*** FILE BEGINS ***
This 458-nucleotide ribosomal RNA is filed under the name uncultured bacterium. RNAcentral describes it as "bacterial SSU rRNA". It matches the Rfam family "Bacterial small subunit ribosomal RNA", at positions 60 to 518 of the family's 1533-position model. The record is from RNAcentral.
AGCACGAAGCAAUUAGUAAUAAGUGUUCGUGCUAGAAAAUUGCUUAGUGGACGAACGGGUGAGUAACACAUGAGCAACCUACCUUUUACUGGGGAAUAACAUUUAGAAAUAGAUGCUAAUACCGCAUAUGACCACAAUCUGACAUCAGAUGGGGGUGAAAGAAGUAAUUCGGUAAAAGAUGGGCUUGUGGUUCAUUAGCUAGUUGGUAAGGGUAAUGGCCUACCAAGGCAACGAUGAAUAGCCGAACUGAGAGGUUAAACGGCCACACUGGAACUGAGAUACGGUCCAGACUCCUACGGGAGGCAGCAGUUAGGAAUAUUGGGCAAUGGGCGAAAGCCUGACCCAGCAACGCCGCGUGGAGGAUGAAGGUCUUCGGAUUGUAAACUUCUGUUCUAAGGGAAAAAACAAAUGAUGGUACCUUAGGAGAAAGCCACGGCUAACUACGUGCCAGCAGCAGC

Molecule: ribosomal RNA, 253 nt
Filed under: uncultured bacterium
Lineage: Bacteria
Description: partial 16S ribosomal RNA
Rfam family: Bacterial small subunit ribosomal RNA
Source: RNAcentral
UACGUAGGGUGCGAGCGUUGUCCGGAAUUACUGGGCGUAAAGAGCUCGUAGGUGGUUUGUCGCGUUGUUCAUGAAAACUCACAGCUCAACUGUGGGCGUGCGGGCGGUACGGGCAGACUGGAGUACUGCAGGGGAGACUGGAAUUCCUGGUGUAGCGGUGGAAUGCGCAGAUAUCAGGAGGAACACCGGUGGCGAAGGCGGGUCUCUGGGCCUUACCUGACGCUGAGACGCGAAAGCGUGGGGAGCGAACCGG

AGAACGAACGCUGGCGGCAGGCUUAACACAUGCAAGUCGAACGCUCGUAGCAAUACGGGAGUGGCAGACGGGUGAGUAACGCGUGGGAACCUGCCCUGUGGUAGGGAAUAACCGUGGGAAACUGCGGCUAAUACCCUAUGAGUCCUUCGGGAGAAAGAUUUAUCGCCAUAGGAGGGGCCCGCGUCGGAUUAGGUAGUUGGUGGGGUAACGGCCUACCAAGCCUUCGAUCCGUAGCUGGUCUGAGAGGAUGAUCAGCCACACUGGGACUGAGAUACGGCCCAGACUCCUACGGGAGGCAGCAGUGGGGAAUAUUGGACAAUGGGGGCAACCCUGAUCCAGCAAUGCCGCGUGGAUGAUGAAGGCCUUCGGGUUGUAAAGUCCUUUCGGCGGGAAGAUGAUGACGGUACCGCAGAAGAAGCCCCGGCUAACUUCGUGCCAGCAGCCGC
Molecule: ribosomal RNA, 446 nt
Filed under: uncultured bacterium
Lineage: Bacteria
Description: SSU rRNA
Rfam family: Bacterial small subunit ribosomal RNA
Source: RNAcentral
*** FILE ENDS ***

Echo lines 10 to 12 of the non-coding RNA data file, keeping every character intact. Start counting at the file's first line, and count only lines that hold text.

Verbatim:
AGAACGAACGCUGGCGGCAGGCUUAACACAUGCAAGUCGAACGCUCGUAGCAAUACGGGAGUGGCAGACGGGUGAGUAACGCGUGGGAACCUGCCCUGUGGUAGGGAAUAACCGUGGGAAACUGCGGCUAAUACCCUAUGAGUCCUUCGGGAGAAAGAUUUAUCGCCAUAGGAGGGGCCCGCGUCGGAUUAGGUAGUUGGUGGGGUAACGGCCUACCAAGCCUUCGAUCCGUAGCUGGUCUGAGAGGAUGAUCAGCCACACUGGGACUGAGAUACGGCCCAGACUCCUACGGGAGGCAGCAGUGGGGAAUAUUGGACAAUGGGGGCAACCCUGAUCCAGCAAUGCCGCGUGGAUGAUGAAGGCCUUCGGGUUGUAAAGUCCUUUCGGCGGGAAGAUGAUGACGGUACCGCAGAAGAAGCCCCGGCUAACUUCGUGCCAGCAGCCGC
Molecule: ribosomal RNA, 446 nt
Filed under: uncultured bacterium